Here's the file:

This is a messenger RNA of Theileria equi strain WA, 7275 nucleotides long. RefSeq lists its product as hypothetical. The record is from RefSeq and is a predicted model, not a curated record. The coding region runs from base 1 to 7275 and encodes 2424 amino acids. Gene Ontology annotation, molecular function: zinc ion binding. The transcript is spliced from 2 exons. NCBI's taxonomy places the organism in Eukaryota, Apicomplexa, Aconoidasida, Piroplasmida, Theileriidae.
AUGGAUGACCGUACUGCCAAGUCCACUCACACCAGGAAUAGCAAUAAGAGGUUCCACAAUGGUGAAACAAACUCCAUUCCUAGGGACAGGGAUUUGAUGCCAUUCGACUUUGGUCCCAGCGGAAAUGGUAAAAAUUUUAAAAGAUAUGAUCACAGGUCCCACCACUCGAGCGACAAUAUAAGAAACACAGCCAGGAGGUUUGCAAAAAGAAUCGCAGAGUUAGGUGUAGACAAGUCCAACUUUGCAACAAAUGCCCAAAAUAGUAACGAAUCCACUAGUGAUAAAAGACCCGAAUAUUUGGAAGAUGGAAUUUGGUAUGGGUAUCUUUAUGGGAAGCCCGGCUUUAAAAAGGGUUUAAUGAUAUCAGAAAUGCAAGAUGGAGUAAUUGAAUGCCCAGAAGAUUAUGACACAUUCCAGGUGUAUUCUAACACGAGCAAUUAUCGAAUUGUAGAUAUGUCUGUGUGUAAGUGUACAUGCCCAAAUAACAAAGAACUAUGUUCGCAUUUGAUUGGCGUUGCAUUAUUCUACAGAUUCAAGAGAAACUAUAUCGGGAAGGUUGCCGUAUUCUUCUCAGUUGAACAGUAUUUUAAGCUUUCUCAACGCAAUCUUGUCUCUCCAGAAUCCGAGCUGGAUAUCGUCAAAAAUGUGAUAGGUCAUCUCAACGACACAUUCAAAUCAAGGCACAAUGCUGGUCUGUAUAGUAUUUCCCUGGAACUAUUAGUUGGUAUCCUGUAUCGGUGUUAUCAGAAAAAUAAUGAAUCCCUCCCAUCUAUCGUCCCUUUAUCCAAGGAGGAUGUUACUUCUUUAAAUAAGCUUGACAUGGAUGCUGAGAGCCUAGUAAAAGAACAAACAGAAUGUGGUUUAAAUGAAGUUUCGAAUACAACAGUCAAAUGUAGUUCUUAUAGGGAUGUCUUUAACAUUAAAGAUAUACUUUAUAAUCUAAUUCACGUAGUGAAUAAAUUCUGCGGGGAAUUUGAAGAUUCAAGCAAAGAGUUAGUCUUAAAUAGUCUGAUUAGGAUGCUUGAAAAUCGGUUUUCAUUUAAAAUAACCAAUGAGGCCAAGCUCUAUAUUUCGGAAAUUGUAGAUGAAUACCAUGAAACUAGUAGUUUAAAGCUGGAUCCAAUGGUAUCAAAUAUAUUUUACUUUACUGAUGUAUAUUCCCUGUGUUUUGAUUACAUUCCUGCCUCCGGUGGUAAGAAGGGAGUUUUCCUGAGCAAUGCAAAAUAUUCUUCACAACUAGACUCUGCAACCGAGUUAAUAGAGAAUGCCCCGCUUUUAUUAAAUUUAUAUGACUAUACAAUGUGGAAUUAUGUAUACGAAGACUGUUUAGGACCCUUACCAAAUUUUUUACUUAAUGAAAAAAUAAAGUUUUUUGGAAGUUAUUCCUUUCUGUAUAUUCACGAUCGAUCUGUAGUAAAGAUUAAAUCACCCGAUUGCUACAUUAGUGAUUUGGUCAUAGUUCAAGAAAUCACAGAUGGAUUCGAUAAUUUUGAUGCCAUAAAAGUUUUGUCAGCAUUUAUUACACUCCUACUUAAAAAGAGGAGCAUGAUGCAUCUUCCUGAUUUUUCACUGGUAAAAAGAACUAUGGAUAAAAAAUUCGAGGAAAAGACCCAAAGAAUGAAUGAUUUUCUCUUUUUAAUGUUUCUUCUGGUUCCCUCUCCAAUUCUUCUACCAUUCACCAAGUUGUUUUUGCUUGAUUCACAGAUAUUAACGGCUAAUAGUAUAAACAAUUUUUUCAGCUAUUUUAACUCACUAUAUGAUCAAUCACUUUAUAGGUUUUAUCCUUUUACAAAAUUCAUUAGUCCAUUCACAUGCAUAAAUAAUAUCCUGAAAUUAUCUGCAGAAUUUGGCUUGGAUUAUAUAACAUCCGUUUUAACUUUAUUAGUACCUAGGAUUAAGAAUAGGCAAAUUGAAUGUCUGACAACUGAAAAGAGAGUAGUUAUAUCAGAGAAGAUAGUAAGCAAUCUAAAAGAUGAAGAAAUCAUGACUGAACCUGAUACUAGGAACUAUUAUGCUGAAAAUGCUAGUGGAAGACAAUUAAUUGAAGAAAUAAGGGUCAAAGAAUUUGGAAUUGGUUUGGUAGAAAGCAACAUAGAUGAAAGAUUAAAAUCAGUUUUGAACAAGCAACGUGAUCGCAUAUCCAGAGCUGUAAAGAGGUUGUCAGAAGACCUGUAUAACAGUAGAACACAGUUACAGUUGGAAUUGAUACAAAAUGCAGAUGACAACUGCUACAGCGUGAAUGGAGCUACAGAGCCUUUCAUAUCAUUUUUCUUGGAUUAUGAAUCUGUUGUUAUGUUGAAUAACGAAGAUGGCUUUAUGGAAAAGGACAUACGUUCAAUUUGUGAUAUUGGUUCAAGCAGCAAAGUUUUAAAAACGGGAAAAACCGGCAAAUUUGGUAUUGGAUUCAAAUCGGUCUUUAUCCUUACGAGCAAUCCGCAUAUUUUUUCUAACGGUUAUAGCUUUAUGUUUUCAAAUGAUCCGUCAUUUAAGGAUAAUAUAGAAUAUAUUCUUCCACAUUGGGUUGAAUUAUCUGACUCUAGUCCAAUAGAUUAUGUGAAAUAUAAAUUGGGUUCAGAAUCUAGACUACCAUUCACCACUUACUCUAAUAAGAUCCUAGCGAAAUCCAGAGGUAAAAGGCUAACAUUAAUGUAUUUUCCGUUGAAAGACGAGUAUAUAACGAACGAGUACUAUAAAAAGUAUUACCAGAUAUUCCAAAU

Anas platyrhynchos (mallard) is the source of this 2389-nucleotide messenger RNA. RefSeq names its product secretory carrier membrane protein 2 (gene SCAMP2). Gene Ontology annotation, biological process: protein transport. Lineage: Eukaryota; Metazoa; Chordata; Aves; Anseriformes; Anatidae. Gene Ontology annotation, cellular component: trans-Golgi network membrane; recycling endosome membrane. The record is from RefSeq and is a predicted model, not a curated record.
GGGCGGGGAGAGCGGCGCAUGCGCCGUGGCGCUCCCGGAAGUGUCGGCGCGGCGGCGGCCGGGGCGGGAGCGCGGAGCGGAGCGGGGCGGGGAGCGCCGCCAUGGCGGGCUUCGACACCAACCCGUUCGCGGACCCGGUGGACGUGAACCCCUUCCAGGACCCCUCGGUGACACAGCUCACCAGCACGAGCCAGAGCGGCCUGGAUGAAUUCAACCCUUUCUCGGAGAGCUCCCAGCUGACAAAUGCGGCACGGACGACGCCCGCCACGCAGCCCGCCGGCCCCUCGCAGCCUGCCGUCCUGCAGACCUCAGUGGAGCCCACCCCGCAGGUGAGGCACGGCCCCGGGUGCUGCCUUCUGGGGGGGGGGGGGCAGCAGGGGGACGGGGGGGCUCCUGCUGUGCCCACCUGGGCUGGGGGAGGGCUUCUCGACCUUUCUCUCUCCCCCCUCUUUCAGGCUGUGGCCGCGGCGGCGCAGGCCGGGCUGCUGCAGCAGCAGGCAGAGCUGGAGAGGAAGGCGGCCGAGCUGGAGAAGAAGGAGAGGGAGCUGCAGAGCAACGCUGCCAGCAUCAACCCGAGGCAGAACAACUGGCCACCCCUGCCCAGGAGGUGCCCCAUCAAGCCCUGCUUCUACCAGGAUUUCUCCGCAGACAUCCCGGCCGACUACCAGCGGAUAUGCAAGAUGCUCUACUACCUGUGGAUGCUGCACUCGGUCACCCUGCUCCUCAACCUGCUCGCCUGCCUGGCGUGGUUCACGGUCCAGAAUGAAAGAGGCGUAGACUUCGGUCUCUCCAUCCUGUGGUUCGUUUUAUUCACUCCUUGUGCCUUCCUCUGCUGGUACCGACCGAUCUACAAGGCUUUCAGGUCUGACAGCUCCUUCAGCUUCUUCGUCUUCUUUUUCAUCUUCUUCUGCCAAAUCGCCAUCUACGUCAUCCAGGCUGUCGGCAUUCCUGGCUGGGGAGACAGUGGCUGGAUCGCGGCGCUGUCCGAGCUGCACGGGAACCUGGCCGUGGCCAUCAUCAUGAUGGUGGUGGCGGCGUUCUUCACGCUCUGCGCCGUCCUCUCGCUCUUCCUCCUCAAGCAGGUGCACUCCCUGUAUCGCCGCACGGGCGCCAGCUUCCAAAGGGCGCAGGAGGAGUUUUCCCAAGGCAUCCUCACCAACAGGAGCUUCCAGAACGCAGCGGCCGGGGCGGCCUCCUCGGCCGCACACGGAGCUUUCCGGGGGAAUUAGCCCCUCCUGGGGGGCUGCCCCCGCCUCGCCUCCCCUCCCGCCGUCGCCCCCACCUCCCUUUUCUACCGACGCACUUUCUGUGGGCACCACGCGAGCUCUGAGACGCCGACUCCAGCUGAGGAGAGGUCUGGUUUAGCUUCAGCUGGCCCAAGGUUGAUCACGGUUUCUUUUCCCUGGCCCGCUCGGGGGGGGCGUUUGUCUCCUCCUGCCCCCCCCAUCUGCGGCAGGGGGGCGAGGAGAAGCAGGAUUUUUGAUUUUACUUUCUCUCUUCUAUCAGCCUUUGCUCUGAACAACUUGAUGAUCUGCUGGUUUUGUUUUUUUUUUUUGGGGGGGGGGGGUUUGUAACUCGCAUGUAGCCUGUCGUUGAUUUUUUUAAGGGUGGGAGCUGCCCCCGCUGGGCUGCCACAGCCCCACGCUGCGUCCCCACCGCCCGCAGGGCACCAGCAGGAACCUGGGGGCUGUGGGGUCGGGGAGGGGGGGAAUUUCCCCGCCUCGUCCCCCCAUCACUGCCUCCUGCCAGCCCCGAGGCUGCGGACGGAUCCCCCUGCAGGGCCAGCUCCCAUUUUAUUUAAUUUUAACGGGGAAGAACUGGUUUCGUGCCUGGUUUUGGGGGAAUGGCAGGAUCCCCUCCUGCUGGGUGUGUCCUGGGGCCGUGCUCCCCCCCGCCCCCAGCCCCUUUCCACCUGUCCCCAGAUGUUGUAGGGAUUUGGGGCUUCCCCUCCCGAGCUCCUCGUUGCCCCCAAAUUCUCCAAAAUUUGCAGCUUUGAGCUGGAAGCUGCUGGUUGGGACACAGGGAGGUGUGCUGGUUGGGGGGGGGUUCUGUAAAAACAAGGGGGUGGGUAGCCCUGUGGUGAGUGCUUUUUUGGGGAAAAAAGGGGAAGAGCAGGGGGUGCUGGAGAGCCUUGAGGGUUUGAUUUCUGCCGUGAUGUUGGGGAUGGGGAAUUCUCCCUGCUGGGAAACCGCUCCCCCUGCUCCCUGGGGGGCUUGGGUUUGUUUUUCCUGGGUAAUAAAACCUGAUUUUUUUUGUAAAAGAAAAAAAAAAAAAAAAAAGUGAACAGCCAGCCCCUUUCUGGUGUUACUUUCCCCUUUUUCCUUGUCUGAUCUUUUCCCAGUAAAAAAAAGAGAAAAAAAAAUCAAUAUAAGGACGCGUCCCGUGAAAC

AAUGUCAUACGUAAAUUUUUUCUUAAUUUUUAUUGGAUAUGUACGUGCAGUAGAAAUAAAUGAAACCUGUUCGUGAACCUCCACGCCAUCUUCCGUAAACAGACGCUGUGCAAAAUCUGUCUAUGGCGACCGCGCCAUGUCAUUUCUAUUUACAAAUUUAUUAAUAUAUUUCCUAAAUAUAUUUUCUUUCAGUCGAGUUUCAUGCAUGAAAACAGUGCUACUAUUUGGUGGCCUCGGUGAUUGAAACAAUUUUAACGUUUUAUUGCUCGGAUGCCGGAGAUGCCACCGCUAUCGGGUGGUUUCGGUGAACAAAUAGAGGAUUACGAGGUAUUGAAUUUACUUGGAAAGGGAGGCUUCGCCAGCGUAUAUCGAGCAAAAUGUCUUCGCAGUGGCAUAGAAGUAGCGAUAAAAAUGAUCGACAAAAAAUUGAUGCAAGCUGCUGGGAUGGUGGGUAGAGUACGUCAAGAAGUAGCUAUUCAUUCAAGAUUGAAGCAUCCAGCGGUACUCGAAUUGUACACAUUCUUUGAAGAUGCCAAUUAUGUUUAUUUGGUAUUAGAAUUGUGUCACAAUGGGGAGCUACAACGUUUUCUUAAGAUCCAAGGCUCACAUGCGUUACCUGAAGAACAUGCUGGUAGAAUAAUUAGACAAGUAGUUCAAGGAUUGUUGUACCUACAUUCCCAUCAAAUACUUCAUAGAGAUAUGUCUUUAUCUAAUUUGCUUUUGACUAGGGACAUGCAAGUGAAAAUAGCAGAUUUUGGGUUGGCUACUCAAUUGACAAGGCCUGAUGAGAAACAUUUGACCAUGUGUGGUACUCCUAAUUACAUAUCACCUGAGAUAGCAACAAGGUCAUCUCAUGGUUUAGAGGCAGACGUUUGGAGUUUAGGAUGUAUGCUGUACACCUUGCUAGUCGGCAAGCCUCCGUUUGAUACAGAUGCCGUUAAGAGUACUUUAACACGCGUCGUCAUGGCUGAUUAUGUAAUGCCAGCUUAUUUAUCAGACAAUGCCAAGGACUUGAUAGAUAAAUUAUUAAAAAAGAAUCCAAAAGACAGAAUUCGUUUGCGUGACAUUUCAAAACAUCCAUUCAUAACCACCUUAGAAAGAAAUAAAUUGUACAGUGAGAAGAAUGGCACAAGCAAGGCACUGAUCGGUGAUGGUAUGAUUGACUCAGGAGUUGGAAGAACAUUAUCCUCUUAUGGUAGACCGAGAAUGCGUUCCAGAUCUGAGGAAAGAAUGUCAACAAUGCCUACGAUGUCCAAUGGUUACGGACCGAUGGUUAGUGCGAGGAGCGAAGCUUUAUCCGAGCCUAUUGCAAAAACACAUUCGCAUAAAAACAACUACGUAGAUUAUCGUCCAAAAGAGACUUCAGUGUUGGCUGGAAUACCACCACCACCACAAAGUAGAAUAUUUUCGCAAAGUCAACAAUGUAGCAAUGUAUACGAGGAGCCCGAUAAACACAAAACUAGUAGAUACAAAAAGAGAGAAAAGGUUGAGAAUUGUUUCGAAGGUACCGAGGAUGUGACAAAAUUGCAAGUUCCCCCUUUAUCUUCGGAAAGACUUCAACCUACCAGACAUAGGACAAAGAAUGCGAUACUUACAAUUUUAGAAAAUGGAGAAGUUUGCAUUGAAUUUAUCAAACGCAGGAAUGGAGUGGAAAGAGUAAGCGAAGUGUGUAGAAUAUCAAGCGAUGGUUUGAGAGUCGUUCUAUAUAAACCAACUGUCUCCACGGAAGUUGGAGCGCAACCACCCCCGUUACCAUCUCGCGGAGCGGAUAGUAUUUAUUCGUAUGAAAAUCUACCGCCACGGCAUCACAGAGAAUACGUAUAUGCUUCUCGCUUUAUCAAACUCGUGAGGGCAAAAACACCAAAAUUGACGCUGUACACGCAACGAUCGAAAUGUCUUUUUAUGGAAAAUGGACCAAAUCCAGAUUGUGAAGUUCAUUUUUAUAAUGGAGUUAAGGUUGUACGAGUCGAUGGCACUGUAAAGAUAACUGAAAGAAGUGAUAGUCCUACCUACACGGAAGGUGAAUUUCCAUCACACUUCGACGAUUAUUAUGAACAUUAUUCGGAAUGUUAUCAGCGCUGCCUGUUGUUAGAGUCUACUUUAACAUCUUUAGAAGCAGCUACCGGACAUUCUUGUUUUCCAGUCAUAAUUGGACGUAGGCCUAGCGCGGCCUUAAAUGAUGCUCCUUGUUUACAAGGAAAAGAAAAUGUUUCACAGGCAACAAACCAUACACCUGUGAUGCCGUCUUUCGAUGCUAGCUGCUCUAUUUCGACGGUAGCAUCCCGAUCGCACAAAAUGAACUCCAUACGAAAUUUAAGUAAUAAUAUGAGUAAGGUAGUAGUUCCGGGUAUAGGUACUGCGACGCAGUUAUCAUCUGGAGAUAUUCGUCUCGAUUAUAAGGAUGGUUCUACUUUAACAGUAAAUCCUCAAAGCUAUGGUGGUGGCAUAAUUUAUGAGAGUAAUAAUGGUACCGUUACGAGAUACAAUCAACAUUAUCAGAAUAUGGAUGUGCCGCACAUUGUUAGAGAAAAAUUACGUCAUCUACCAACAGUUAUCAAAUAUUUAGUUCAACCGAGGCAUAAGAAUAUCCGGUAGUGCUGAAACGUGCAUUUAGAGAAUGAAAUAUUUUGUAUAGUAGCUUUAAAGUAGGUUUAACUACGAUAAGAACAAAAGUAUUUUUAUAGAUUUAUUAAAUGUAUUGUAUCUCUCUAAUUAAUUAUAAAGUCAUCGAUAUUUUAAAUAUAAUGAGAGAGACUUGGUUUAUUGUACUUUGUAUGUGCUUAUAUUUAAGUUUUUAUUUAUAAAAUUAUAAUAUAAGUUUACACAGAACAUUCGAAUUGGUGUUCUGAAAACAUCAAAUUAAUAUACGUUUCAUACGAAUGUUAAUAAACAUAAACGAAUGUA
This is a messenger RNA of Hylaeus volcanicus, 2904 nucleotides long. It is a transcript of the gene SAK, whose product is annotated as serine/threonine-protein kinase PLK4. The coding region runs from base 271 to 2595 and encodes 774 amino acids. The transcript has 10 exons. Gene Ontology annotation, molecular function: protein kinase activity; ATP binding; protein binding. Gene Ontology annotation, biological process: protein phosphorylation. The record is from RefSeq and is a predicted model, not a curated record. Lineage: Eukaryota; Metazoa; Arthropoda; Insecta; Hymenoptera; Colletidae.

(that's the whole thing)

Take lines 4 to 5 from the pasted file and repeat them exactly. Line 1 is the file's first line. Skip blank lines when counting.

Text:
GGGCGGGGAGAGCGGCGCAUGCGCCGUGGCGCUCCCGGAAGUGUCGGCGCGGCGGCGGCCGGGGCGGGAGCGCGGAGCGGAGCGGGGCGGGGAGCGCCGCCAUGGCGGGCUUCGACACCAACCCGUUCGCGGACCCGGUGGACGUGAACCCCUUCCAGGACCCCUCGGUGACACAGCUCACCAGCACGAGCCAGAGCGGCCUGGAUGAAUUCAACCCUUUCUCGGAGAGCUCCCAGCUGACAAAUGCGGCACGGACGACGCCCGCCACGCAGCCCGCCGGCCCCUCGCAGCCUGCCGUCCUGCAGACCUCAGUGGAGCCCACCCCGCAGGUGAGGCACGGCCCCGGGUGCUGCCUUCUGGGGGGGGGGGGGCAGCAGGGGGACGGGGGGGCUCCUGCUGUGCCCACCUGGGCUGGGGGAGGGCUUCUCGACCUUUCUCUCUCCCCCCUCUUUCAGGCUGUGGCCGCGGCGGCGCAGGCCGGGCUGCUGCAGCAGCAGGCAGAGCUGGAGAGGAAGGCGGCCGAGCUGGAGAAGAAGGAGAGGGAGCUGCAGAGCAACGCUGCCAGCAUCAACCCGAGGCAGAACAACUGGCCACCCCUGCCCAGGAGGUGCCCCAUCAAGCCCUGCUUCUACCAGGAUUUCUCCGCAGACAUCCCGGCCGACUACCAGCGGAUAUGCAAGAUGCUCUACUACCUGUGGAUGCUGCACUCGGUCACCCUGCUCCUCAACCUGCUCGCCUGCCUGGCGUGGUUCACGGUCCAGAAUGAAAGAGGCGUAGACUUCGGUCUCUCCAUCCUGUGGUUCGUUUUAUUCACUCCUUGUGCCUUCCUCUGCUGGUACCGACCGAUCUACAAGGCUUUCAGGUCUGACAGCUCCUUCAGCUUCUUCGUCUUCUUUUUCAUCUUCUUCUGCCAAAUCGCCAUCUACGUCAUCCAGGCUGUCGGCAUUCCUGGCUGGGGAGACAGUGGCUGGAUCGCGGCGCUGUCCGAGCUGCACGGGAACCUGGCCGUGGCCAUCAUCAUGAUGGUGGUGGCGGCGUUCUUCACGCUCUGCGCCGUCCUCUCGCUCUUCCUCCUCAAGCAGGUGCACUCCCUGUAUCGCCGCACGGGCGCCAGCUUCCAAAGGGCGCAGGAGGAGUUUUCCCAAGGCAUCCUCACCAACAGGAGCUUCCAGAACGCAGCGGCCGGGGCGGCCUCCUCGGCCGCACACGGAGCUUUCCGGGGGAAUUAGCCCCUCCUGGGGGGCUGCCCCCGCCUCGCCUCCCCUCCCGCCGUCGCCCCCACCUCCCUUUUCUACCGACGCACUUUCUGUGGGCACCACGCGAGCUCUGAGACGCCGACUCCAGCUGAGGAGAGGUCUGGUUUAGCUUCAGCUGGCCCAAGGUUGAUCACGGUUUCUUUUCCCUGGCCCGCUCGGGGGGGGCGUUUGUCUCCUCCUGCCCCCCCCAUCUGCGGCAGGGGGGCGAGGAGAAGCAGGAUUUUUGAUUUUACUUUCUCUCUUCUAUCAGCCUUUGCUCUGAACAACUUGAUGAUCUGCUGGUUUUGUUUUUUUUUUUUGGGGGGGGGGGGUUUGUAACUCGCAUGUAGCCUGUCGUUGAUUUUUUUAAGGGUGGGAGCUGCCCCCGCUGGGCUGCCACAGCCCCACGCUGCGUCCCCACCGCCCGCAGGGCACCAGCAGGAACCUGGGGGCUGUGGGGUCGGGGAGGGGGGGAAUUUCCCCGCCUCGUCCCCCCAUCACUGCCUCCUGCCAGCCCCGAGGCUGCGGACGGAUCCCCCUGCAGGGCCAGCUCCCAUUUUAUUUAAUUUUAACGGGGAAGAACUGGUUUCGUGCCUGGUUUUGGGGGAAUGGCAGGAUCCCCUCCUGCUGGGUGUGUCCUGGGGCCGUGCUCCCCCCCGCCCCCAGCCCCUUUCCACCUGUCCCCAGAUGUUGUAGGGAUUUGGGGCUUCCCCUCCCGAGCUCCUCGUUGCCCCCAAAUUCUCCAAAAUUUGCAGCUUUGAGCUGGAAGCUGCUGGUUGGGACACAGGGAGGUGUGCUGGUUGGGGGGGGGUUCUGUAAAAACAAGGGGGUGGGUAGCCCUGUGGUGAGUGCUUUUUUGGGGAAAAAAGGGGAAGAGCAGGGGGUGCUGGAGAGCCUUGAGGGUUUGAUUUCUGCCGUGAUGUUGGGGAUGGGGAAUUCUCCCUGCUGGGAAACCGCUCCCCCUGCUCCCUGGGGGGCUUGGGUUUGUUUUUCCUGGGUAAUAAAACCUGAUUUUUUUUGUAAAAGAAAAAAAAAAAAAAAAAAGUGAACAGCCAGCCCCUUUCUGGUGUUACUUUCCCCUUUUUCCUUGUCUGAUCUUUUCCCAGUAAAAAAAAGAGAAAAAAAAAUCAAUAUAAGGACGCGUCCCGUGAAAC

AAUGUCAUACGUAAAUUUUUUCUUAAUUUUUAUUGGAUAUGUACGUGCAGUAGAAAUAAAUGAAACCUGUUCGUGAACCUCCACGCCAUCUUCCGUAAACAGACGCUGUGCAAAAUCUGUCUAUGGCGACCGCGCCAUGUCAUUUCUAUUUACAAAUUUAUUAAUAUAUUUCCUAAAUAUAUUUUCUUUCAGUCGAGUUUCAUGCAUGAAAACAGUGCUACUAUUUGGUGGCCUCGGUGAUUGAAACAAUUUUAACGUUUUAUUGCUCGGAUGCCGGAGAUGCCACCGCUAUCGGGUGGUUUCGGUGAACAAAUAGAGGAUUACGAGGUAUUGAAUUUACUUGGAAAGGGAGGCUUCGCCAGCGUAUAUCGAGCAAAAUGUCUUCGCAGUGGCAUAGAAGUAGCGAUAAAAAUGAUCGACAAAAAAUUGAUGCAAGCUGCUGGGAUGGUGGGUAGAGUACGUCAAGAAGUAGCUAUUCAUUCAAGAUUGAAGCAUCCAGCGGUACUCGAAUUGUACACAUUCUUUGAAGAUGCCAAUUAUGUUUAUUUGGUAUUAGAAUUGUGUCACAAUGGGGAGCUACAACGUUUUCUUAAGAUCCAAGGCUCACAUGCGUUACCUGAAGAACAUGCUGGUAGAAUAAUUAGACAAGUAGUUCAAGGAUUGUUGUACCUACAUUCCCAUCAAAUACUUCAUAGAGAUAUGUCUUUAUCUAAUUUGCUUUUGACUAGGGACAUGCAAGUGAAAAUAGCAGAUUUUGGGUUGGCUACUCAAUUGACAAGGCCUGAUGAGAAACAUUUGACCAUGUGUGGUACUCCUAAUUACAUAUCACCUGAGAUAGCAACAAGGUCAUCUCAUGGUUUAGAGGCAGACGUUUGGAGUUUAGGAUGUAUGCUGUACACCUUGCUAGUCGGCAAGCCUCCGUUUGAUACAGAUGCCGUUAAGAGUACUUUAACACGCGUCGUCAUGGCUGAUUAUGUAAUGCCAGCUUAUUUAUCAGACAAUGCCAAGGACUUGAUAGAUAAAUUAUUAAAAAAGAAUCCAAAAGACAGAAUUCGUUUGCGUGACAUUUCAAAACAUCCAUUCAUAACCACCUUAGAAAGAAAUAAAUUGUACAGUGAGAAGAAUGGCACAAGCAAGGCACUGAUCGGUGAUGGUAUGAUUGACUCAGGAGUUGGAAGAACAUUAUCCUCUUAUGGUAGACCGAGAAUGCGUUCCAGAUCUGAGGAAAGAAUGUCAACAAUGCCUACGAUGUCCAAUGGUUACGGACCGAUGGUUAGUGCGAGGAGCGAAGCUUUAUCCGAGCCUAUUGCAAAAACACAUUCGCAUAAAAACAACUACGUAGAUUAUCGUCCAAAAGAGACUUCAGUGUUGGCUGGAAUACCACCACCACCACAAAGUAGAAUAUUUUCGCAAAGUCAACAAUGUAGCAAUGUAUACGAGGAGCCCGAUAAACACAAAACUAGUAGAUACAAAAAGAGAGAAAAGGUUGAGAAUUGUUUCGAAGGUACCGAGGAUGUGACAAAAUUGCAAGUUCCCCCUUUAUCUUCGGAAAGACUUCAACCUACCAGACAUAGGACAAAGAAUGCGAUACUUACAAUUUUAGAAAAUGGAGAAGUUUGCAUUGAAUUUAUCAAACGCAGGAAUGGAGUGGAAAGAGUAAGCGAAGUGUGUAGAAUAUCAAGCGAUGGUUUGAGAGUCGUUCUAUAUAAACCAACUGUCUCCACGGAAGUUGGAGCGCAACCACCCCCGUUACCAUCUCGCGGAGCGGAUAGUAUUUAUUCGUAUGAAAAUCUACCGCCACGGCAUCACAGAGAAUACGUAUAUGCUUCUCGCUUUAUCAAACUCGUGAGGGCAAAAACACCAAAAUUGACGCUGUACACGCAACGAUCGAAAUGUCUUUUUAUGGAAAAUGGACCAAAUCCAGAUUGUGAAGUUCAUUUUUAUAAUGGAGUUAAGGUUGUACGAGUCGAUGGCACUGUAAAGAUAACUGAAAGAAGUGAUAGUCCUACCUACACGGAAGGUGAAUUUCCAUCACACUUCGACGAUUAUUAUGAACAUUAUUCGGAAUGUUAUCAGCGCUGCCUGUUGUUAGAGUCUACUUUAACAUCUUUAGAAGCAGCUACCGGACAUUCUUGUUUUCCAGUCAUAAUUGGACGUAGGCCUAGCGCGGCCUUAAAUGAUGCUCCUUGUUUACAAGGAAAAGAAAAUGUUUCACAGGCAACAAACCAUACACCUGUGAUGCCGUCUUUCGAUGCUAGCUGCUCUAUUUCGACGGUAGCAUCCCGAUCGCACAAAAUGAACUCCAUACGAAAUUUAAGUAAUAAUAUGAGUAAGGUAGUAGUUCCGGGUAUAGGUACUGCGACGCAGUUAUCAUCUGGAGAUAUUCGUCUCGAUUAUAAGGAUGGUUCUACUUUAACAGUAAAUCCUCAAAGCUAUGGUGGUGGCAUAAUUUAUGAGAGUAAUAAUGGUACCGUUACGAGAUACAAUCAACAUUAUCAGAAUAUGGAUGUGCCGCACAUUGUUAGAGAAAAAUUACGUCAUCUACCAACAGUUAUCAAAUAUUUAGUUCAACCGAGGCAUAAGAAUAUCCGGUAGUGCUGAAACGUGCAUUUAGAGAAUGAAAUAUUUUGUAUAGUAGCUUUAAAGUAGGUUUAACUACGAUAAGAACAAAAGUAUUUUUAUAGAUUUAUUAAAUGUAUUGUAUCUCUCUAAUUAAUUAUAAAGUCAUCGAUAUUUUAAAUAUAAUGAGAGAGACUUGGUUUAUUGUACUUUGUAUGUGCUUAUAUUUAAGUUUUUAUUUAUAAAAUUAUAAUAUAAGUUUACACAGAACAUUCGAAUUGGUGUUCUGAAAACAUCAAAUUAAUAUACGUUUCAUACGAAUGUUAAUAAACAUAAACGAAUGUA